“Watch out for wasps,” Ngaakitai Pureariki calls over his shoulder as we dive into the underbrush. My friend and guide has convinced me to accompany him to Te Are Karioi on the island of Aitutaki. The site, which translates into English as “House of Entertainment,” has never been seen by outsiders. How could I refuse such an offer?
We crawl on our hands and knees through thickets of low scrub, all the while climbing uphill. We are on the west side of the atoll, far from human habitation in a densely forested stand of native palms and the occasional hardwood with a nearly impenetrable understory of thorns and brambles.
I answer lamely, “Oh, right. There’s wasps here?”
“Do you know what to do if they come at us?”
Thinking quickly of other treks through other jungles, I venture a guess. “Don’t run.”
“Yes. That would be very bad.”
I prefer not to consider the consequences of standing mute in the center of swarming and stinging insects. We head deeper into the bush.
1) Hiking at Te Are Karioi
Te Are Karioi was famous in this region of Polynesia during pre-contact times, before the arrival of Europeans, as a place where men could find refuge from their wives and families and dance the nights away in the company of young women. The location has been carefully guarded over the years since missionaries would have ordered the destruction of its locale and memories. Why I have been chosen as the first traveler to see the ruins is a curious question. Perhaps the answer lies in the fact that I have been communicating with Ngaa, as he prefers to be called, via email for several months since meeting him during my first visit to Aitutaki, and have asked him to show me unusual “attractions” upon my next arrival.
Soon the brush thins. We are ascending now on the remains of an ancient trail that was once paved with coral stones brought from one of the motus, or small islands, that outline the Aitutaki atoll.
2) One of the motus from which coral was brought to the island in the old days
The land seems to have been terraced and where the ground was shaped nothing grows except a kind of grass. But we still have to pick our way through the undergrowth. Mercifully the sun cannot penetrate the canopy but the temperature still hovers near 35 degrees Celsius. I wonder if my sweat will attract wasps but decide there is nothing I can do but keep watch and pray they are too sleepy in the heat to mount an attack against human interlopers.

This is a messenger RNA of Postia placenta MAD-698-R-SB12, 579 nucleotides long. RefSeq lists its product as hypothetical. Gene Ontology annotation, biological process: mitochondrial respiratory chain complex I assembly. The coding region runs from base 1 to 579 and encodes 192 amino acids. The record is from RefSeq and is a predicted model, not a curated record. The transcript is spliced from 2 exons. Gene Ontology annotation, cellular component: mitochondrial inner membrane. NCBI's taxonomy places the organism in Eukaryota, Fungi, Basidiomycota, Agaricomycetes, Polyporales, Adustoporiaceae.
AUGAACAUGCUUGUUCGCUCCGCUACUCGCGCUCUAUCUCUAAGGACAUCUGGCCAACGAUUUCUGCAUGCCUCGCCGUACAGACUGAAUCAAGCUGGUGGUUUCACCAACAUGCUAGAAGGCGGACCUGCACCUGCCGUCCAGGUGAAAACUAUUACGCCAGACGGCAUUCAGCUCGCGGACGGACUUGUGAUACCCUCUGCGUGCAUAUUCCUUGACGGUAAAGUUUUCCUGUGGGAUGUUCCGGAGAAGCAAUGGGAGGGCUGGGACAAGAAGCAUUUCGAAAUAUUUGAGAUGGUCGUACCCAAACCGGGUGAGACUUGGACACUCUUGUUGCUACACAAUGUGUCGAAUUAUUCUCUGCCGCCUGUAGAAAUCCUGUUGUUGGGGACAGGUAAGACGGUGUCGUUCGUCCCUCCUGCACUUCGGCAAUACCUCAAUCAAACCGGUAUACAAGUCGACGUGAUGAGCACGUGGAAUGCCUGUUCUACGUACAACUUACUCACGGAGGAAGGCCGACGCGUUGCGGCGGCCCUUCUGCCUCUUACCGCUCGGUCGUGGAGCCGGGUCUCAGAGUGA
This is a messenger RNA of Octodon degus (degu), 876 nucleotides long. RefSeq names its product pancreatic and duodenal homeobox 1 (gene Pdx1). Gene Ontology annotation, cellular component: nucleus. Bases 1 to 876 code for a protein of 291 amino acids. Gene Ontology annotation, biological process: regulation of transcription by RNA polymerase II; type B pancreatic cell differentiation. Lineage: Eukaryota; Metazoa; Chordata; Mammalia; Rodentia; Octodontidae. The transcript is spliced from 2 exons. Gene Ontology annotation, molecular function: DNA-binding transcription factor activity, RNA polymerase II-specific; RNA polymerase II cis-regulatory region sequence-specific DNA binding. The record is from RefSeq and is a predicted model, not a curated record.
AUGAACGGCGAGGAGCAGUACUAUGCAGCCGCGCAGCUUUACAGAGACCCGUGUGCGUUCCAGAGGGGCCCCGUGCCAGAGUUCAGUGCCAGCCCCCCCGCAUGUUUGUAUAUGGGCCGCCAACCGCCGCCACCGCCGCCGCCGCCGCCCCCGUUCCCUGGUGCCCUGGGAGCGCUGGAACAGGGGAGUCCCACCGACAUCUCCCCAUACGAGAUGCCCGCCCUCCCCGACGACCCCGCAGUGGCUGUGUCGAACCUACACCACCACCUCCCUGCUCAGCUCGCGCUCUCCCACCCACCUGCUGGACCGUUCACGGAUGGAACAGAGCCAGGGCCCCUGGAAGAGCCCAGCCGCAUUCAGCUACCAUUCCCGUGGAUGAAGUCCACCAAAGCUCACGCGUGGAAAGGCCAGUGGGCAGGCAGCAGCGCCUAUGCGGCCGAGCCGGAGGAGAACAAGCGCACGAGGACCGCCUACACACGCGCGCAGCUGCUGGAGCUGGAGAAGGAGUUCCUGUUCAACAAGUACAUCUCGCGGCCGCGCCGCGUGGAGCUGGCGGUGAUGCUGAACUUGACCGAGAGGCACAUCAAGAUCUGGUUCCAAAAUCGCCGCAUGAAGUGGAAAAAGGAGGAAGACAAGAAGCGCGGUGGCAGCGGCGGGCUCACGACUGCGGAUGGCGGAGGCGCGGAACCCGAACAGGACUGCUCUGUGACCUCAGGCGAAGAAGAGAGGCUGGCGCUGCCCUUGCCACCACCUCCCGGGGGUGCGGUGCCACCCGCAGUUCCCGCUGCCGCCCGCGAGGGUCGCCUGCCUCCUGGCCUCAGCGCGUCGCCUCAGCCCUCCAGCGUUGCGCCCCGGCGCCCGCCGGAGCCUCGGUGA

The track levels on a small plateau. “Here we are,” Ngaa says. I blink, not comprehending. But my vision adjusts to the leaf clutter and makes out a long foundation of basalt stones. Ngaa exclaims, “This is much bigger than I remembered. Wow! And it’s not a marae. It’s a pai-pai.”
“What does that mean?”
“A marae is a meeting place, sacred. Pai-pai is a house.”
“Did you think this was a marae, then? Before today?”
“I was not sure. All the local people call it a marae, but they do not know their own history and most have never been here. So now we know.”
3) Stone foundations of Te Are Karioi
Around the foundation are stone fire pits. Ngaa reaches down and picks up an object. “Look, Kit, a stone adze.” He hands it to me, a relic of the distant past. I put it in my shoulder bag.
4) Fire pit
We hack with machetes around the perimeter of the house. It measures roughly twelve by six meters. Inside the remains of the structure are thousands of tiny coral rocks. “Why did they haul this stuff up here?” I say.
“Fertility,” is the quiet answer.
We walk around some more and Ngaa tells me what little he knows about the history. “When the missionaries came they forced us to forget our culture. Everything.”
“Your people don’t even have oral traditions?”
“No. We are trying to relearn our past. Our culture has been destroyed. This is why I work to uncover what our ancestors built here.” Ngaa is the director of the Paengariki Marae Archeological Project, an ongoing excavation that he supervises with Mark Eddowes, a field anthropologist from French Polynesia. Ngaa enjoys only the partial and sometimes reluctant support of Aitutaki’s residents.
Paengariki Marae is one of the most important sacred “meeting places” in the Cook Islands, with standing stones that have been dated to around 1300 AD.
5) Excavating at Paengariki Marae, 2009
We stand at the House of Entertainment, listening to lorikeets twitter in the trees, trying to imagine a way of life that vanished over two hundred years ago. We find traces of cooking, with pieces of discarded sea snails and clams. “A lot of people stayed here,” Ngaa says. “This must have been a beautiful place. And all now has been ruined; all is lost.”
6) The stones at Te Are Karioi; broken coral brought here from the motus is clearly visible – such coral would not have occurred inland naturally
“Would the building have had walls?” I ask.
“Yes, made of wood. So there is nothing left.”